IPhone users will soon be able to share location with 911

Laverne Mann
June 19, 2018

Apple has announced that iPhone users in the United States who make 911 calls will be able to "automatically and securely" share their location data with first responders later this year.

In 2015, Apple launched HELO (Hybridized Emergency Location), which would estimate a caller's location using Global Positioning System and Wi-Fi Access points.

Apple is trying to solve a problem caused by the technological mismatch between a 50-year-old system built for landlines and today's increasingly sophisticated smartphones. "User data can not be used for any non-emergency objective and only the responding 911 center will have access to the user's location during an emergency call", the company said.

Apple is partnering with the firm RapidSOS on the iOS 12 feature, using its IP-based "data pipeline" to securely share HELO location data with 911 centers.

Apple is beta-testing a new feature called "USB restricted mode" created to improve the security of their devices against all kinds of potential intruders. Its location services exceed this requirement today, and now 911 centers will have access to the same accuracy.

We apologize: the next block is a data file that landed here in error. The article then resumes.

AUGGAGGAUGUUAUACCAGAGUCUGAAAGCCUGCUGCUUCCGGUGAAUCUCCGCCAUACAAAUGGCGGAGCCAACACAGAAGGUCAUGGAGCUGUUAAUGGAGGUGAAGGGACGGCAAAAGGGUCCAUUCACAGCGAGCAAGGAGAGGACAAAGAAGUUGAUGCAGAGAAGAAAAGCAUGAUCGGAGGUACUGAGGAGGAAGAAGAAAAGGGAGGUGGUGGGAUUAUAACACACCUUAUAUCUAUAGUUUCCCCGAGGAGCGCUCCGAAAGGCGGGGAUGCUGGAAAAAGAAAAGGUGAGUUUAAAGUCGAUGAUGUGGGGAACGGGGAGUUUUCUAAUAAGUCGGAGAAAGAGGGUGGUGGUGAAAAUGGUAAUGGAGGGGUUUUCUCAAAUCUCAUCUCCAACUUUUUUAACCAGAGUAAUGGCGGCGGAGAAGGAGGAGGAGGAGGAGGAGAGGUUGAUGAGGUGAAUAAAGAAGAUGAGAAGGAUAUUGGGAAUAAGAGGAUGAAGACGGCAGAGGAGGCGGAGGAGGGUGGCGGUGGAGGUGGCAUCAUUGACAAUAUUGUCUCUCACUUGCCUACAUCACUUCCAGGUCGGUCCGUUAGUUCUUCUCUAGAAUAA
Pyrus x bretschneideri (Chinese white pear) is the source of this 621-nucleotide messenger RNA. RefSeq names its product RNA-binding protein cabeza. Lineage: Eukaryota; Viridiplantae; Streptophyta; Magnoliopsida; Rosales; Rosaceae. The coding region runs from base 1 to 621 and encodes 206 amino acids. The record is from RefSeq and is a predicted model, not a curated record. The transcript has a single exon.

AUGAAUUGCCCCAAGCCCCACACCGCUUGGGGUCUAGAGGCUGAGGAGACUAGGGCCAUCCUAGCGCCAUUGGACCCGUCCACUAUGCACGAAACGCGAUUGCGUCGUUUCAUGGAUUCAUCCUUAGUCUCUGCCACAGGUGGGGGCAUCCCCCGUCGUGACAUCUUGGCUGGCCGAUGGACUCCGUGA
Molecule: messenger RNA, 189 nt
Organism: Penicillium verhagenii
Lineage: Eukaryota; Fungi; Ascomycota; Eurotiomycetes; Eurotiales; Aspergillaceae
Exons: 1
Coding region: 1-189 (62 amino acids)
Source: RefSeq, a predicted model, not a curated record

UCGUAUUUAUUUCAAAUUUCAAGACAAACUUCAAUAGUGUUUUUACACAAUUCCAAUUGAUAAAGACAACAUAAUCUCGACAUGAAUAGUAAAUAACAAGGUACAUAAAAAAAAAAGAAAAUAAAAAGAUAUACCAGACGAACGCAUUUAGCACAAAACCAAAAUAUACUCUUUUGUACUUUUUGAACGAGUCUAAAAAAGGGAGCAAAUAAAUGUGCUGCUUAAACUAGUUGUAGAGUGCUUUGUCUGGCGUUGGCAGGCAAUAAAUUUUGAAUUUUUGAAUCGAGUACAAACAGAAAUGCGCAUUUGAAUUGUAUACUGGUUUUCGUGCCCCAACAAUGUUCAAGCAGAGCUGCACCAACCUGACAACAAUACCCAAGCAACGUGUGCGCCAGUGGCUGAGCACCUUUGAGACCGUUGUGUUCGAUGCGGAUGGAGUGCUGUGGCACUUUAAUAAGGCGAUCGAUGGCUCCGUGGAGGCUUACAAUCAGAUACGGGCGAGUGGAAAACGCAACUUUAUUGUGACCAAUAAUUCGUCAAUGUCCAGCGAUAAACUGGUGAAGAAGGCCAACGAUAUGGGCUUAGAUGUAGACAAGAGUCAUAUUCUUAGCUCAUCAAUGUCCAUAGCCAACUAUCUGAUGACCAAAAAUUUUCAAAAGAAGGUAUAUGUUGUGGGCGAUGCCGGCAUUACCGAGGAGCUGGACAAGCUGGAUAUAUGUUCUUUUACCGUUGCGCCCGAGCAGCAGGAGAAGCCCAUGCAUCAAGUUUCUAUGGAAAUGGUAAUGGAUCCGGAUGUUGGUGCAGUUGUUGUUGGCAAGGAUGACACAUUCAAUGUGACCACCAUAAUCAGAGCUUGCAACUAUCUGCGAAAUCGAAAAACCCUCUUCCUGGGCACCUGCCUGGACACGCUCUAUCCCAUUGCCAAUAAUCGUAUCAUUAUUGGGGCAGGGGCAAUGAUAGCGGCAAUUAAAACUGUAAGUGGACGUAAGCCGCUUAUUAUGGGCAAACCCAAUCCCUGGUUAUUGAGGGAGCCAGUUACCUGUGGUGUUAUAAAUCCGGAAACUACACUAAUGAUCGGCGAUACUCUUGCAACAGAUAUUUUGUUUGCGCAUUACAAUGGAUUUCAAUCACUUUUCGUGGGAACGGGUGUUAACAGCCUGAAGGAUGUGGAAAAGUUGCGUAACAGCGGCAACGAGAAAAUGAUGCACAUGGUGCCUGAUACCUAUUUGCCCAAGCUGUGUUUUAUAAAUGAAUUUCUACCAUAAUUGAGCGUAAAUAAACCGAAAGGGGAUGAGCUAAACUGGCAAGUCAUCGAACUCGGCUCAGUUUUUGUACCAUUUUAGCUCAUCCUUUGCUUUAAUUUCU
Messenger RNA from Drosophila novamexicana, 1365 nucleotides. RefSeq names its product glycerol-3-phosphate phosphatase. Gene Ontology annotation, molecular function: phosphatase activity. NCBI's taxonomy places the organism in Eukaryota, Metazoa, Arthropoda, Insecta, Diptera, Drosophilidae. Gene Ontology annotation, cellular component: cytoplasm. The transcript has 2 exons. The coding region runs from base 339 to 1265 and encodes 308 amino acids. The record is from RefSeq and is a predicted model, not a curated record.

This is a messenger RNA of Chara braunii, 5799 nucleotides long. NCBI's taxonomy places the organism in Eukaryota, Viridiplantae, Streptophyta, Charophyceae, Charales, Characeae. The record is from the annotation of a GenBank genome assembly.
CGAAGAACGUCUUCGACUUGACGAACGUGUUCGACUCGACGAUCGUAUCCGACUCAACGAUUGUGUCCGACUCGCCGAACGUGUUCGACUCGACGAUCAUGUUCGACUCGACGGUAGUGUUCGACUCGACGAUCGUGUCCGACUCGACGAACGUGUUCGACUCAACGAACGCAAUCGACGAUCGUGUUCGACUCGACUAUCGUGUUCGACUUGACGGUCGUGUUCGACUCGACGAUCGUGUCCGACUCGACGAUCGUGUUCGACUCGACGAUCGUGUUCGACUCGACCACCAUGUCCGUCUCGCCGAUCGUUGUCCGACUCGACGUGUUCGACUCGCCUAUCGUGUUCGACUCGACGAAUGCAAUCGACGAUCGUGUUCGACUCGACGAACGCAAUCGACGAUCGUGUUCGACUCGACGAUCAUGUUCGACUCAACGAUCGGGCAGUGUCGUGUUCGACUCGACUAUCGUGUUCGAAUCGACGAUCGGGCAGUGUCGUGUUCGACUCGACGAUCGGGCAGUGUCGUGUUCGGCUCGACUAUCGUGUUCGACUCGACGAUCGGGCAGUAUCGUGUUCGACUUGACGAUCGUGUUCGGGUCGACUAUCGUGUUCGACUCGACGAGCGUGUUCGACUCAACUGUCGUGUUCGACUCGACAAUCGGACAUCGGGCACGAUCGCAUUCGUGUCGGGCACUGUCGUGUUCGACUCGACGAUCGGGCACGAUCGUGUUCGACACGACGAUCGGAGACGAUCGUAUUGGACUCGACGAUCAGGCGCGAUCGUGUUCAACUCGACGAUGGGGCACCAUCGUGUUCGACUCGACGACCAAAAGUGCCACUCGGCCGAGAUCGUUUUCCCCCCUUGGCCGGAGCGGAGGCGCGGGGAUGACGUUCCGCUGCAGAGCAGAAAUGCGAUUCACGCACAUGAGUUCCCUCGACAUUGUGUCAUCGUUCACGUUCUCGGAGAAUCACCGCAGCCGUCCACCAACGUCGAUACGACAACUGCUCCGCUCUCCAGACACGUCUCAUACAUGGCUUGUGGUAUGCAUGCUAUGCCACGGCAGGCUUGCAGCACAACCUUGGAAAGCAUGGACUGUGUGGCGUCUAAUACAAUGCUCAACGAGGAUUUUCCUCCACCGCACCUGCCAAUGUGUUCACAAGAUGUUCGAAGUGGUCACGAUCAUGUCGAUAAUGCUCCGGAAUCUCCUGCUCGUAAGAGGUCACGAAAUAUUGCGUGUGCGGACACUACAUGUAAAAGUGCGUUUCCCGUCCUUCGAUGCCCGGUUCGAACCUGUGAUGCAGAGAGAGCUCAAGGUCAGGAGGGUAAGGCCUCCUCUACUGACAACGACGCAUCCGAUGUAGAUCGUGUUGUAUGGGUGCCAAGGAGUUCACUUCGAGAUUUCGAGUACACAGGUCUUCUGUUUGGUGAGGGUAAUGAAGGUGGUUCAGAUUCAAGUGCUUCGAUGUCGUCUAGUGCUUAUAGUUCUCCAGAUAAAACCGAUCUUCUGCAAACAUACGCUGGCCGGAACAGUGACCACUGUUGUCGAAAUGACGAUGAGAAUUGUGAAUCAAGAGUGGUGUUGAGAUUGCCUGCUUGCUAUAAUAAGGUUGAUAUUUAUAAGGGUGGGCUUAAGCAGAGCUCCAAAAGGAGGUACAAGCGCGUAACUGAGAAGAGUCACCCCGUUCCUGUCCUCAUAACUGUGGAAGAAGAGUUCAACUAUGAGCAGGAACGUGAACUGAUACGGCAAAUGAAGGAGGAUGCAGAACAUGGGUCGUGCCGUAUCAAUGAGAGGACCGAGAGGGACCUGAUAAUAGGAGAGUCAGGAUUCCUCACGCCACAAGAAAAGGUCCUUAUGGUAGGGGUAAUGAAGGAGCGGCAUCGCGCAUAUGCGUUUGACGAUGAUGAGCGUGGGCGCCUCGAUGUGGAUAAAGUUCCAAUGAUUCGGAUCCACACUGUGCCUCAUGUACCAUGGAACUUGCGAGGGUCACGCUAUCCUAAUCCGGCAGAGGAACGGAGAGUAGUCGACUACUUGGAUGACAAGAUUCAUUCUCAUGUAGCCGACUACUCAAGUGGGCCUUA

Apple to Provide More Precise Location Data for iPhone 911 Calls

With iOS 12, Apple is advancing its Hybridized Emergency Location (HELO) technology to help reduce emergency response times.

'When every moment counts, these tools will help first responders reach our customers when they most need assistance'. It does this, as you've probably guessed, using the iPhone's readily-available data connection to the internet. It will see the location of USA iPhone users shared with dispatch responders during 911 calls.

This data will only be available to the 911 center responding to the call; it can not be used for any non-emergency objective, Apple said.

Individual call centers will each have to embrace the technology required to communicate with the RapidSOS clearinghouse. RapidSOS's technology integrates with 911 centers' existing software.

Tom Wheeler, a former chairman for the Federal Communications Commission, believes Apple's new approach for locating 911 calls will set a new industry standard.

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Other reports by MaliBehiribAe

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